However when I was playing guitar for my old pop/punk/alternative band, you can bet that I did my fair share of jumping around and rocking out! The performance has to match the the music! Otherwise, the performer will just come off as a poser. 🙂

    While I'm on here…I may as well advertise for my music! Check me out on Facebook or MySpace!


    There is no set formula for a live performance! the trick is to acknowledge why your audience is there; givem that, plus alil' mo'!

  • This is very interesting ! Thursday 17 Feb 2011

    Looking good, and feeling good, comes thru, even to a blind-person.

    I believe that, getting a break, and to perform as a professional, are necessary. The looking your best, and flooring the audiance with hits,

    is what is needed to beat out the major players. Money and fans will follow.

    If your honest, and share these songs, with friends, and the world. All Dogs

    go to Heaven. But, looking like a star, is always great. In real life,

    like Jesus said: " They are either for you, or against you !" You owe it too

    the World to look your Best. Respectfully, Roy Talley

  • Daniel Mitchem

    I have always tried to make our stage show as incredible as possible. It's really easy to do if you just watch what bigger groups in your style are doing. We decided our live performance just wasn't the same without the following things:


    This is not something overly elaborate. It's controlled on stage and adds ambience in some parts and total chaos in others. This includes light boxes up front facing the band, lights on the amps facing the crowd, a light in the drum that shines through the clear logo, and lights on the backdrop just to illuminate that.


    Just large enough to go from one side of our drum risers to the other (about 8 feet).


    This is just to keep a uniform look, this way we can dress how we want but still look like one unit. The "uniform" is usually all black but we're thinking about trying something different like all white (trying not to look like painters) or white and red.


    Our drums are all white and guitars don't match perfectly (yet) but are close enough to make an impact on stage.


    Ok, so it's not like a boy band but we do try to make sure we are front stage during choruses (singing along) and we make sure we do guitar spins, spin kicks, head bangs, and other rock-your-face-off stuff together!

    Of all the things we do to achieve a great live show, the CHOREOGRAPHY has the most impact for sure BUT is the hardest to pull off. Banners and clothing don't do anything while on stage but pulling off a double guitar spin with 3 people is hard!

  • Visuals are everything for the live show, and even more for after. You WILL be photographed. A live show last maybe 1 hour. Photographs last forever! I learned the hard way when I showed up to a radio interview once, and practically showed up in pjs (ok, jus comfy clothes) and no makeup, and a TV crew ended up coming because they'd heard about me and really liked the music and wanted to feature for a TV segment. It was total impromptu! Then was aired nationwide in a country in Europe. I learned the hard way! Thus, visuals are important. Not just for live show, but for ALWAYS. Perfect executor of this: Lady Gaga. 🙂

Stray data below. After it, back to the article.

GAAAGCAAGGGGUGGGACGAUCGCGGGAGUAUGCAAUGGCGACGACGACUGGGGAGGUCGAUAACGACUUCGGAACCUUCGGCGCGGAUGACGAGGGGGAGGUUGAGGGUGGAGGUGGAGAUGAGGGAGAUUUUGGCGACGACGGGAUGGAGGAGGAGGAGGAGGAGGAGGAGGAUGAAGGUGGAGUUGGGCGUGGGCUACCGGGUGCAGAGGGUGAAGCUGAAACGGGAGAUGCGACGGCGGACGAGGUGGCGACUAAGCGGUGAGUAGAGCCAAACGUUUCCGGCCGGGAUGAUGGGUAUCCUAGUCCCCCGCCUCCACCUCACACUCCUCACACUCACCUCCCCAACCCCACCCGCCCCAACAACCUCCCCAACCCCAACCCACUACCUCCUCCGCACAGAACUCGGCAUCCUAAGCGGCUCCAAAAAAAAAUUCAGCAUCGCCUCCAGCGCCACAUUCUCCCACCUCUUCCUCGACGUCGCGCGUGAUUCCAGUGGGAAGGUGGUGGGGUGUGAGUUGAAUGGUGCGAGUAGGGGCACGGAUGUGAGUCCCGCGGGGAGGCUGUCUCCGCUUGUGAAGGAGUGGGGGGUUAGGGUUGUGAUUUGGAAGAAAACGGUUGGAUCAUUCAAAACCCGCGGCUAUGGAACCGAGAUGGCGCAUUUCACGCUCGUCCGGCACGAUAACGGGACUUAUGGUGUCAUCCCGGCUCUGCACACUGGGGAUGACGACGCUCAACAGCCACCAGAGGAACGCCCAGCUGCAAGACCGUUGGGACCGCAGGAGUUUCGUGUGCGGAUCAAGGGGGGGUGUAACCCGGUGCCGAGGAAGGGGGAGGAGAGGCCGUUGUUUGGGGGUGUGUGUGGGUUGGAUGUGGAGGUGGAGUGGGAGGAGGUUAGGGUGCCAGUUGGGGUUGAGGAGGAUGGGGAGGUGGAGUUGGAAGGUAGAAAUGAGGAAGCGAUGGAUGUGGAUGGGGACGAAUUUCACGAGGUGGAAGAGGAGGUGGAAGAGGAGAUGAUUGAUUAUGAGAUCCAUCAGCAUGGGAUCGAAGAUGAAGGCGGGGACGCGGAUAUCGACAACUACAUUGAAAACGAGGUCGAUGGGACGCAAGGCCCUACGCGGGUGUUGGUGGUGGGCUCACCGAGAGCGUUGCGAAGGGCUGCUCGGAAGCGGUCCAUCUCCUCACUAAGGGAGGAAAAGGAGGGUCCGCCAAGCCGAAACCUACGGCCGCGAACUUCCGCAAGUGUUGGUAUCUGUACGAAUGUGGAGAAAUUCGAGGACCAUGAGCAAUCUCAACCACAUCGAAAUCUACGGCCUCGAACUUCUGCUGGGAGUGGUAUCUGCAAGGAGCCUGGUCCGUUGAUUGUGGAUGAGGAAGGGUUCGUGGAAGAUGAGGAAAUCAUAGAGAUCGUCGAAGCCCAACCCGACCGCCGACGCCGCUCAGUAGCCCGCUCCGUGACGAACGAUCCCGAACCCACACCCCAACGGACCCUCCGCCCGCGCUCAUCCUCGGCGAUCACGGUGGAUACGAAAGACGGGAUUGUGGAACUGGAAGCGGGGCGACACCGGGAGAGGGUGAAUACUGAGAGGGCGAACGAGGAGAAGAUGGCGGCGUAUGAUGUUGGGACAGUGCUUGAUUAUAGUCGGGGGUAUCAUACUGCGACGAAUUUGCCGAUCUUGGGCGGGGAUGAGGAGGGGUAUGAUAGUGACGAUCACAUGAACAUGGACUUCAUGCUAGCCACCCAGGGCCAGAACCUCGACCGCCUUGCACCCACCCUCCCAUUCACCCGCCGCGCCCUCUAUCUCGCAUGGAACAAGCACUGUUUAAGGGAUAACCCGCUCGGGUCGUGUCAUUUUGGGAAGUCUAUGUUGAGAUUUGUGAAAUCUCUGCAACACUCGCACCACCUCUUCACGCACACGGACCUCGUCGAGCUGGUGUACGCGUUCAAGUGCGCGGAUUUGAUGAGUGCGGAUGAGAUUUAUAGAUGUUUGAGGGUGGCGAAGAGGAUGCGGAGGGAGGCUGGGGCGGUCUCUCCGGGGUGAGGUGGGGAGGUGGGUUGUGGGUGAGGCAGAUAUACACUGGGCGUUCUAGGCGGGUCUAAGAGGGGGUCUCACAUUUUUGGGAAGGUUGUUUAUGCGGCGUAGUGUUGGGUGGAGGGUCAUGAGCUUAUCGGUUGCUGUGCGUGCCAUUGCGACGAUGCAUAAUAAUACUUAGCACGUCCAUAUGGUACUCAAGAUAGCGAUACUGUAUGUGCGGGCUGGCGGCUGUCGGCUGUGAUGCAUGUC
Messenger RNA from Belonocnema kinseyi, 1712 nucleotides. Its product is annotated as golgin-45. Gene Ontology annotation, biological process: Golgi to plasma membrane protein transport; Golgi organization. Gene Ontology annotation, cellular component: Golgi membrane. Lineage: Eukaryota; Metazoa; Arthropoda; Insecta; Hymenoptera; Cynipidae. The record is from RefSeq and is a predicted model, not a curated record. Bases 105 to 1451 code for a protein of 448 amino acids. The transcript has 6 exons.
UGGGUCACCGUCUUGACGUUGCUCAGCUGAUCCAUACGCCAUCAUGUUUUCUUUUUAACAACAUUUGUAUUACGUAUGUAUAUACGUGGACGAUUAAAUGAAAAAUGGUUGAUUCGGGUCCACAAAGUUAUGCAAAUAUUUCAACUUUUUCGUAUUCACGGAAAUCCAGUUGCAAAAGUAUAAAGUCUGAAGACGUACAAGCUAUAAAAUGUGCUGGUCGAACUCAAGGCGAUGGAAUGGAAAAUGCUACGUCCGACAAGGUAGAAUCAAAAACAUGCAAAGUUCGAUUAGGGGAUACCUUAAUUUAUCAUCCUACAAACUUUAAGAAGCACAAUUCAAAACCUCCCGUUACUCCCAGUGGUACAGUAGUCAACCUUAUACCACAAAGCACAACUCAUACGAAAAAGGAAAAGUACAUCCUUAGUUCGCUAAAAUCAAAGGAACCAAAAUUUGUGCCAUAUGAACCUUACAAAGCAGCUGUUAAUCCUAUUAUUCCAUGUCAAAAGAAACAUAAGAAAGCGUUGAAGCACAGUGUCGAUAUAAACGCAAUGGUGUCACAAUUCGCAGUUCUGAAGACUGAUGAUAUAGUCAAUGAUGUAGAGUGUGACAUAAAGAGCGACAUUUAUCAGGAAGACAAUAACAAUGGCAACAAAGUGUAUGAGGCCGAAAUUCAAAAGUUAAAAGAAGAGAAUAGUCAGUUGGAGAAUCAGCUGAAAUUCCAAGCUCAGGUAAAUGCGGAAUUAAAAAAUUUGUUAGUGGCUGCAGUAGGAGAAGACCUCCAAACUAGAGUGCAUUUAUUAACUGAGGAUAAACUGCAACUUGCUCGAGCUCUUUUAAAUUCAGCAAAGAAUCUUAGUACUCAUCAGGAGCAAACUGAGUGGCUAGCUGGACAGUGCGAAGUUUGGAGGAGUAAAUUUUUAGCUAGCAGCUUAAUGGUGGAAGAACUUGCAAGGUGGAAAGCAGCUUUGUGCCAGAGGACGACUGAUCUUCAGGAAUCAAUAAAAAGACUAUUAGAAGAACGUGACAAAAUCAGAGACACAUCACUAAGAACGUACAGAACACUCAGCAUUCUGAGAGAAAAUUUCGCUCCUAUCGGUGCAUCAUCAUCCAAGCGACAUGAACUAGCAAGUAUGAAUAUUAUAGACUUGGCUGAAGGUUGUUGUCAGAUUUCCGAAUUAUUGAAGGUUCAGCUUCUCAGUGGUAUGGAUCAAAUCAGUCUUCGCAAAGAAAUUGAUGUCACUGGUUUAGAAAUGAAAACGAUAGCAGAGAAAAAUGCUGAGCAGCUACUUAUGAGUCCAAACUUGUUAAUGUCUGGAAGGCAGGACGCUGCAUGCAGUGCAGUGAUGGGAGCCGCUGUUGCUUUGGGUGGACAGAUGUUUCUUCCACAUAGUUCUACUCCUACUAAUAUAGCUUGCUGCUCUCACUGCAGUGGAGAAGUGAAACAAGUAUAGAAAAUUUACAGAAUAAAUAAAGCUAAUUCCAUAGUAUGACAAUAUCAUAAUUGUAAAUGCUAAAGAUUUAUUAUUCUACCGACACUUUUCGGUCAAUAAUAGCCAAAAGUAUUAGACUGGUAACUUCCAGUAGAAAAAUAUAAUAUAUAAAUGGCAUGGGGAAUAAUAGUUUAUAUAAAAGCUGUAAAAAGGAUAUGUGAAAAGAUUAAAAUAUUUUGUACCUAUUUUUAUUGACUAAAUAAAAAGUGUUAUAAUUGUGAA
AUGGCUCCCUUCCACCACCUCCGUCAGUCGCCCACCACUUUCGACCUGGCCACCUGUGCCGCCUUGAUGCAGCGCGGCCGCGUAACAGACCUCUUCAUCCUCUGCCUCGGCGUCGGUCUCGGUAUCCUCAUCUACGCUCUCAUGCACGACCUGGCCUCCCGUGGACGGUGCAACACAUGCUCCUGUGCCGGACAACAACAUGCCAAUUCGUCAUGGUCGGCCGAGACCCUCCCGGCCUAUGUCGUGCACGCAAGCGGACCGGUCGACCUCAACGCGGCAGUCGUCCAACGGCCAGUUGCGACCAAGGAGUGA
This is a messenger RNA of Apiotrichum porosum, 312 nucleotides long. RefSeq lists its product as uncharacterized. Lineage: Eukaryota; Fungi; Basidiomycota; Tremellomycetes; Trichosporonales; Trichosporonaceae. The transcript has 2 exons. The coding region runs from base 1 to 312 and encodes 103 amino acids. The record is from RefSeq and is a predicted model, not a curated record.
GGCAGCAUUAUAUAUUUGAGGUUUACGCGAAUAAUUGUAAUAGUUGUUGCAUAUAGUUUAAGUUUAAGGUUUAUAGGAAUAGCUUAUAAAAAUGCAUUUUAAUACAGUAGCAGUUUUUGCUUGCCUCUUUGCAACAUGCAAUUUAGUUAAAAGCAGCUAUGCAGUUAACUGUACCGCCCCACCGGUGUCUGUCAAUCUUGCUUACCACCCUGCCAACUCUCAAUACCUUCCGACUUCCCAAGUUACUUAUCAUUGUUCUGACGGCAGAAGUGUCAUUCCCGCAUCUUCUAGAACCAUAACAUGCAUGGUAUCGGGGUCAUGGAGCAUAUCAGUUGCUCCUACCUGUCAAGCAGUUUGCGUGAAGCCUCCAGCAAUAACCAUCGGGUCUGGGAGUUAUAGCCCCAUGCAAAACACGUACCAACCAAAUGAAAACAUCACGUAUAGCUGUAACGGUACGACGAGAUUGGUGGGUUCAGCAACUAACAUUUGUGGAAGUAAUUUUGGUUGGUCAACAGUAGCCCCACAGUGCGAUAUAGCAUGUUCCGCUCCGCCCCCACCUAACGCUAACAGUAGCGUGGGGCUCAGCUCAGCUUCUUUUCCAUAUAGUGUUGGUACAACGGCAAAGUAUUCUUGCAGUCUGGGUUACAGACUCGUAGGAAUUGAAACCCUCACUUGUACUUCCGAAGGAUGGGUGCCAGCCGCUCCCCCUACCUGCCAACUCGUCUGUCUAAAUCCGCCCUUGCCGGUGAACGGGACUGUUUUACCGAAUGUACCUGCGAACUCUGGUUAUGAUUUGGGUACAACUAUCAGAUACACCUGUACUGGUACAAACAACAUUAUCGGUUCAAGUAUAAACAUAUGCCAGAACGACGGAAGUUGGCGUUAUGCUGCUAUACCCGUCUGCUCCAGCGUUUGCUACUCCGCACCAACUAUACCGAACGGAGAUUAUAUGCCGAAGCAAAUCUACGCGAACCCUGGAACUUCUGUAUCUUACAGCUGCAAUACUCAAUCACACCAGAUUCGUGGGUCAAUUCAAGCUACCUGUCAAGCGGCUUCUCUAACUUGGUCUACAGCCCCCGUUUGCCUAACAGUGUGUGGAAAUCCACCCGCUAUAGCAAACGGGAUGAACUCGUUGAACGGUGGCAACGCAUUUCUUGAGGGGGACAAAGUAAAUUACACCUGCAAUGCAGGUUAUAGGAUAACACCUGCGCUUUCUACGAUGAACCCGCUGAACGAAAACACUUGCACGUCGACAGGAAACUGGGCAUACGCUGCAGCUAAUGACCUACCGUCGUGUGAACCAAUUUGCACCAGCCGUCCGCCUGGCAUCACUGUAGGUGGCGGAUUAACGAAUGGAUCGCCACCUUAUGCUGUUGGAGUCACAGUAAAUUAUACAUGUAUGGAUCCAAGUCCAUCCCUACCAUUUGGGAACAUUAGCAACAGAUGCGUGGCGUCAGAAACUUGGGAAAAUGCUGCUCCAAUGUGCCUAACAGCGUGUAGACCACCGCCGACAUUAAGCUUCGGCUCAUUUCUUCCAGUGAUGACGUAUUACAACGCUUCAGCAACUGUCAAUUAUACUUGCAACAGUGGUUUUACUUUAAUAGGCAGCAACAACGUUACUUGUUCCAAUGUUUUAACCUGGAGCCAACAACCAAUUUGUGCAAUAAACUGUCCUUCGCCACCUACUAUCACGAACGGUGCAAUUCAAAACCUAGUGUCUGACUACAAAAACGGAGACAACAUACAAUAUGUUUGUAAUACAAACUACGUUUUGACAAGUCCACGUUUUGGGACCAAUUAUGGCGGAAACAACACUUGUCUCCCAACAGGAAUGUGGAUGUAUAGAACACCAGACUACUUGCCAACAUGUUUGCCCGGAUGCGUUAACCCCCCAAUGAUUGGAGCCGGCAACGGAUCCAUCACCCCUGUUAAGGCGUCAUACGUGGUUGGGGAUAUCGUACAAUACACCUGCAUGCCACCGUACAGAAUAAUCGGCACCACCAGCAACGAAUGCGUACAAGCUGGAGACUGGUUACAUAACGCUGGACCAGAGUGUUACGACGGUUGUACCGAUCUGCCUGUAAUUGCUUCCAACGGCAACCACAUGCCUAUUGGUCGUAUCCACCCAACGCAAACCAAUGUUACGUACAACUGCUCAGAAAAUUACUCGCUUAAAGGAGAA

• Always go in like you came to preach or play, don't dress like the crowd.

    You are an entertainer. No sandles, shorts or jeans unless you're a cowboy, jimmy buffet or a hippie.

    -Your Full Service Bluesman

  • Stan DeMand

    It is my band's goal to walk off of stage leaving our fans wondering "What in the fuck just happened?" We re-arrange our shows so that you will see a different show if you come out 5 nights a week. Any band that just stands there and plays is a boring show no matter what the music sounds like. You don't have to be a dance crew with full choreography but keep the crowd on it's feet. You've gotta tease to

  • Hellzapoppin'

    Y'know, it's a funny thing about all these people praising bands who jump around during a show. Once upon a time, musicians didn't jump around during a show because music wasn't dumbed down to the point where anyone playing didn't have to even look at what they were doing.

    Imagine requiring a jazz band, or classical ensemble, for example, to jump around.

    But then, jazz and classical is about the music and the song.

    The dumbed-down, "I have a loud guitar and our lead singer is hawt!" approach to music is one reason why bands have to jump around. If they didn't, you might notice they kinda suck.

    Even Slayer doesn't move a muscle except for head nods.